Undescended Testes

The testes develop in the abdomen and then gradually migrate down, through the inguinal canal and into the scrotum. They have normally reached the scrotum prior to birth.

In about 5% of boys the testes have not made it out of the abdomen by birth. At this point they are called undescended testes. This can also be referred to as cryptorchidism. They might be palpable in the inguinal canal (in the inguinal region), which is not technically classed as undescended testes, although they have not fully descended at that point.

The longer the testes take to descend, the less likely it is this will happen spontaneously. Undescended testes in older children or after puberty hold a higher risk of testicular torsioninfertility and testicular cancer.

 

Risk Factors

  • Family history of undescended testes
  • Low birth weight
  • Small for gestational age
  • Prematurity
  • Maternal smoking during pregnancy

 

Management

Watching and waiting is appropriate in newborns. In most cases the testes will descend in the first 3 – 6 months. If they have not descended by 6 months they should be seen by a paediatric urologist. Orchidopexy (surgical correction of undescended testes) should be carried out between 6 and 12 months of age.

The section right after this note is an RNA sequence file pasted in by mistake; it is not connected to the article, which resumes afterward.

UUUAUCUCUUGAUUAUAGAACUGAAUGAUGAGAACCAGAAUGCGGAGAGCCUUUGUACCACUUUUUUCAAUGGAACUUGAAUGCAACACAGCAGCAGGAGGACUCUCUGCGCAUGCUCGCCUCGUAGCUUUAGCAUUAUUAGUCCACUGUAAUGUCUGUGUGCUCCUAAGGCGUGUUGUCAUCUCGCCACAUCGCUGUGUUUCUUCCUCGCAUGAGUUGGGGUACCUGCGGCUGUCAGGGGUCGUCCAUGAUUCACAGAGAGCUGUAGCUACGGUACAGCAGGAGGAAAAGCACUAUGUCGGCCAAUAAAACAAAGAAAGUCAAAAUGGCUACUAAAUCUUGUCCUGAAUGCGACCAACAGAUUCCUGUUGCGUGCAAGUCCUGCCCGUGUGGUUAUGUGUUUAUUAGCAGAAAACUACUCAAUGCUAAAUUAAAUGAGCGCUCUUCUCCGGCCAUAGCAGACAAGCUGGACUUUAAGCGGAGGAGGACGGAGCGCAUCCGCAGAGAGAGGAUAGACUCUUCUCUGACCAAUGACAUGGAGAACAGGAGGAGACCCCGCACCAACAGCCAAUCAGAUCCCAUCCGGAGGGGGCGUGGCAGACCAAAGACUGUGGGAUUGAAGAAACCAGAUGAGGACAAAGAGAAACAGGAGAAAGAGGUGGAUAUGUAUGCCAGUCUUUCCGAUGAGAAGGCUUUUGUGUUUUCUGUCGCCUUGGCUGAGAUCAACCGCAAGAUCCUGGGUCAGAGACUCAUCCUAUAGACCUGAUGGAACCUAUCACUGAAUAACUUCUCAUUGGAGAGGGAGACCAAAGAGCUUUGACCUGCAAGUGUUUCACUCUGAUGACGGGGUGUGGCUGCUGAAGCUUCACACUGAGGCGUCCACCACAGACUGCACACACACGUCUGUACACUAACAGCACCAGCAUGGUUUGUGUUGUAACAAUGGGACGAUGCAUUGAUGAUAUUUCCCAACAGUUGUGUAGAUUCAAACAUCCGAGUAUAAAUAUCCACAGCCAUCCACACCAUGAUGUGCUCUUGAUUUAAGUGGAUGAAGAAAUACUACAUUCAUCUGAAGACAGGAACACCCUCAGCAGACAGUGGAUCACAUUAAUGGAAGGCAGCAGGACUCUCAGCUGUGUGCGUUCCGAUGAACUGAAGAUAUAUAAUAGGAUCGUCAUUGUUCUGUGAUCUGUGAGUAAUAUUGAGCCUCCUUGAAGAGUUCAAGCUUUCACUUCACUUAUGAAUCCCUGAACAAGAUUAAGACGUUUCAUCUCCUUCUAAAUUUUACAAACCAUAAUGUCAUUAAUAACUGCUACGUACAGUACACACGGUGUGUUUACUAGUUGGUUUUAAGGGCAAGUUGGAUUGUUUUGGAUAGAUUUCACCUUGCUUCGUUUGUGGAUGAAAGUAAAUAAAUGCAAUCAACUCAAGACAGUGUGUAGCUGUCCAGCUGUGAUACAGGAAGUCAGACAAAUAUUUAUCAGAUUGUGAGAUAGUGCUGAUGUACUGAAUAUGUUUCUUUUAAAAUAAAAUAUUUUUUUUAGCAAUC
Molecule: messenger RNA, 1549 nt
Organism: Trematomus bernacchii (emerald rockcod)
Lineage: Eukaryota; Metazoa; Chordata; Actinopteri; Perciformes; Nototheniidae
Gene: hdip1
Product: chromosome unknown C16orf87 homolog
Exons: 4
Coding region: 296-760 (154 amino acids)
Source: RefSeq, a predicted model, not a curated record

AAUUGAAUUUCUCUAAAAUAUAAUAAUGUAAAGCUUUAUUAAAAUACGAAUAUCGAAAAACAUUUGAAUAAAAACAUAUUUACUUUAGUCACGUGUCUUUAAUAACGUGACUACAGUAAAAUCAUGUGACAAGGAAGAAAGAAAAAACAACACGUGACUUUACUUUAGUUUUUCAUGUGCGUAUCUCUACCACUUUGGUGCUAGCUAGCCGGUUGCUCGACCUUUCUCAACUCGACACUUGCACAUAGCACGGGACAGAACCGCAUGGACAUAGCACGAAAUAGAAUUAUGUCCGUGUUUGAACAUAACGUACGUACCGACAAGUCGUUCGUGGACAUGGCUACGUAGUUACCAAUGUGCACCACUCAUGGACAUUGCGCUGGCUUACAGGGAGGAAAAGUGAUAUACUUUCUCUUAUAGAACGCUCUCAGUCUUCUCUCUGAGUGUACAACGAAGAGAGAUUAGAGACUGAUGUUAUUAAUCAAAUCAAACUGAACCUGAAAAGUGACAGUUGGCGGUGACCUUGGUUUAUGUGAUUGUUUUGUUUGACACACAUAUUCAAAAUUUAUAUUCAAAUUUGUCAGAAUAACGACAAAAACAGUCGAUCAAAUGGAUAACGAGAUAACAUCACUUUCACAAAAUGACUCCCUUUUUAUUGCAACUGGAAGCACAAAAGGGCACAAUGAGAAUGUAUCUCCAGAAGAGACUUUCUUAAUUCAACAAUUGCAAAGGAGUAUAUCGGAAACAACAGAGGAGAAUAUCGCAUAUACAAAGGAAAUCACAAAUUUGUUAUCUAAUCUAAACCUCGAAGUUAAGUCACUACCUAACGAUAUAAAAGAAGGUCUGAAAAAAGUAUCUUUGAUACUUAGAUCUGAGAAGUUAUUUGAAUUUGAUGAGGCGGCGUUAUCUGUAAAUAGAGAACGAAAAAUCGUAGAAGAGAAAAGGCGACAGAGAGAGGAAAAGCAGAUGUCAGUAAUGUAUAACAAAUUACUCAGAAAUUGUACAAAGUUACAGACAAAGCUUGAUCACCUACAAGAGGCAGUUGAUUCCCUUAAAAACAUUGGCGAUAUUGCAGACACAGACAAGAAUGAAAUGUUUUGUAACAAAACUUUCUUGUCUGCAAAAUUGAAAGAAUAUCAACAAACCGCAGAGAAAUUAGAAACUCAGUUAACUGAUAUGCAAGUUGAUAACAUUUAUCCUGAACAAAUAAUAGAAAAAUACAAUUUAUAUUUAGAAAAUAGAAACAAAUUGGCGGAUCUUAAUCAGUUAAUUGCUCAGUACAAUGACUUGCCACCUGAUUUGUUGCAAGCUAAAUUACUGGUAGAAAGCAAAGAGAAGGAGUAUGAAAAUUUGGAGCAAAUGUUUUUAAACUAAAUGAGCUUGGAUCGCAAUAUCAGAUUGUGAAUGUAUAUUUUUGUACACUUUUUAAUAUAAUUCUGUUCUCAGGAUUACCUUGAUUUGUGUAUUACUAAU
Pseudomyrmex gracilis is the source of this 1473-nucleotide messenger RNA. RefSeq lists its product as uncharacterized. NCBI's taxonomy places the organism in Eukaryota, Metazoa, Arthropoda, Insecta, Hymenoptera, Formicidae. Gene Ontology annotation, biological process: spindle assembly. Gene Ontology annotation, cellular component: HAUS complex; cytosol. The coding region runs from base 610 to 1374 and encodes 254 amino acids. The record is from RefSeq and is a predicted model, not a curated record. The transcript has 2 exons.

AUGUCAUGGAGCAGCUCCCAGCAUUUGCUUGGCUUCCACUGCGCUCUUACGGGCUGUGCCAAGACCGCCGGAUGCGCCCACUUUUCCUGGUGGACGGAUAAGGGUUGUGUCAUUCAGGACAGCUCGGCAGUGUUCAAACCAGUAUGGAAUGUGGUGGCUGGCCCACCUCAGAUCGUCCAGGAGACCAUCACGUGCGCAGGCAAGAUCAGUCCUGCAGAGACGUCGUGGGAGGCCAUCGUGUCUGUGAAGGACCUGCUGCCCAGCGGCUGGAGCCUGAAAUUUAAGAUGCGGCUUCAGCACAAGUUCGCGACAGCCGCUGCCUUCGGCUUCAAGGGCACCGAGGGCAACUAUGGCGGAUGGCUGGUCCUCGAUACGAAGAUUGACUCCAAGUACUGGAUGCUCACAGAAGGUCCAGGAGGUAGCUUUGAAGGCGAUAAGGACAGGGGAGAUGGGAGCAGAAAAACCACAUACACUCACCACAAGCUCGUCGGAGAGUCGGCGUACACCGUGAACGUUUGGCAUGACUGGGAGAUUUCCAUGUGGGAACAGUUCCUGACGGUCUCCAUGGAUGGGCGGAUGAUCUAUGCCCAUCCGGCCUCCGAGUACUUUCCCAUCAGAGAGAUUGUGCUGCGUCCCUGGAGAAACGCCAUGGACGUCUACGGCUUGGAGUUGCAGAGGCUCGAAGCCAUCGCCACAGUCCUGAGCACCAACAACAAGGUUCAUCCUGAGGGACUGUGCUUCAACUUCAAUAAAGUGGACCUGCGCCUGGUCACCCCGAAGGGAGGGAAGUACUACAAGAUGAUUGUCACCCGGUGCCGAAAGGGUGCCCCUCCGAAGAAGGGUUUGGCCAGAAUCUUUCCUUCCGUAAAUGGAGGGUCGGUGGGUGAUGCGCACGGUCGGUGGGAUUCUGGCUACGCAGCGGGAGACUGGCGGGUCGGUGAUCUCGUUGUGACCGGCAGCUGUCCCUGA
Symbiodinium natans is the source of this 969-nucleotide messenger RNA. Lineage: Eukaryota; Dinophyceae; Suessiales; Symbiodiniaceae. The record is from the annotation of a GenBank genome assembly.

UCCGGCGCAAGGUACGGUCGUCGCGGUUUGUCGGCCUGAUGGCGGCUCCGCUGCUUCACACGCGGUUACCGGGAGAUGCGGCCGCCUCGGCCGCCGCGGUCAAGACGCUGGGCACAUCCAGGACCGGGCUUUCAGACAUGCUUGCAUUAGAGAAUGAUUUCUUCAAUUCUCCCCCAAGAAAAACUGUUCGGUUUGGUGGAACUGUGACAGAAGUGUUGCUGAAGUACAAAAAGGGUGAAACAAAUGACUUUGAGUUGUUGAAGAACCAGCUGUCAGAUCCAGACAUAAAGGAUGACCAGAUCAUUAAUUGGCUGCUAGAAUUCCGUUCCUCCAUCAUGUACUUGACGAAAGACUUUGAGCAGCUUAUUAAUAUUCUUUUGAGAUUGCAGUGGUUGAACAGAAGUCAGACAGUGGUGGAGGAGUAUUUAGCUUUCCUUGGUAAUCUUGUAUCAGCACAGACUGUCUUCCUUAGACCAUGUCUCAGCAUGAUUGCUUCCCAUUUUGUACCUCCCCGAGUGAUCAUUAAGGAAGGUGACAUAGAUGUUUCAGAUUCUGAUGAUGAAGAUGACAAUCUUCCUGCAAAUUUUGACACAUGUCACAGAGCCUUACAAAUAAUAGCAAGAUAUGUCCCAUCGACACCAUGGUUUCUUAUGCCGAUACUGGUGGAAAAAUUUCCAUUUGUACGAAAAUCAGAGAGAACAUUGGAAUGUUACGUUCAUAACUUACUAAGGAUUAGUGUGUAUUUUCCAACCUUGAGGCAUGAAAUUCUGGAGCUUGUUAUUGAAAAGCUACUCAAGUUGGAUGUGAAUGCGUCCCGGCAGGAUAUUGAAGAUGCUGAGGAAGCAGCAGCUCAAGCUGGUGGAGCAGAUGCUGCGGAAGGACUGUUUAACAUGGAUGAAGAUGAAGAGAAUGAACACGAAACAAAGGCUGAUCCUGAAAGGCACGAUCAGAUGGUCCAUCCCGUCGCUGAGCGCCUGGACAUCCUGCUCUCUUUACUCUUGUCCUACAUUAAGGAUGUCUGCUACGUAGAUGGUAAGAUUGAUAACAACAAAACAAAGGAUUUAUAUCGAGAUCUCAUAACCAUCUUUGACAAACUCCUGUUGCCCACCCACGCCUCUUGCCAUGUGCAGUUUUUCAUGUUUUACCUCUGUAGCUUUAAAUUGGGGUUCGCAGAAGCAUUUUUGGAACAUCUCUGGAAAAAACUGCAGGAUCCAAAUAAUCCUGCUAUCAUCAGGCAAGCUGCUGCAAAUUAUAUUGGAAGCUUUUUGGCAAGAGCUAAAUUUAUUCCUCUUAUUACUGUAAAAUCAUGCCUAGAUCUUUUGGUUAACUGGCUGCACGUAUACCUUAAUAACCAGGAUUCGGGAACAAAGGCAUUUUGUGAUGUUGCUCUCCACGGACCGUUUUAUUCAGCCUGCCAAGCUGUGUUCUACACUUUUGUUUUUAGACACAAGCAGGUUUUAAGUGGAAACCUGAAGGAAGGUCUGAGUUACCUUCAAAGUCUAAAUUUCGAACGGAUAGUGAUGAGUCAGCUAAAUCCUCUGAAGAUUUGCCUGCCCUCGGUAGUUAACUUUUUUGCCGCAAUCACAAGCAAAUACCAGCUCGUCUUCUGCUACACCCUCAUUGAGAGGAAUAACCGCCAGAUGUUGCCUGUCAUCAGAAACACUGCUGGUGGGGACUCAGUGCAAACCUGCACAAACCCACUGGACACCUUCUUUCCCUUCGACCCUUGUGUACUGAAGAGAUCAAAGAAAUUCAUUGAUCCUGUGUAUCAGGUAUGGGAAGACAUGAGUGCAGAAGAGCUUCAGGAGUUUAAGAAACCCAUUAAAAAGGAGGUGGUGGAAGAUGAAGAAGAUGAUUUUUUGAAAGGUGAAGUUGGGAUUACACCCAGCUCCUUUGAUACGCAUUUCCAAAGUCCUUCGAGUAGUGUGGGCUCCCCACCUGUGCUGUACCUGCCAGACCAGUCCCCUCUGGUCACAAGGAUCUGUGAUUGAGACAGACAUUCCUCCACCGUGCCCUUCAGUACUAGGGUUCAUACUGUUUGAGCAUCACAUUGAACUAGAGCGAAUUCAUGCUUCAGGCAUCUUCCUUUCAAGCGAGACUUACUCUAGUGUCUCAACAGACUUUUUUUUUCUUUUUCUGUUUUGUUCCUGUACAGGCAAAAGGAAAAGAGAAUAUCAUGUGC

Retractile Testicles

It is normal in boys that have not reached puberty for the testes to move out of the scrotum and into the inguinal canal when it is cold or the cremasteric reflex is activated. This is described as retractile testicles and is considered a normal variant. This usually resolves as they go through puberty and the testes settle in the scrotum. Occasionally they may fully retract or fail to descend and require surgical correction with orchidopexy.

 

Last updated August 2019
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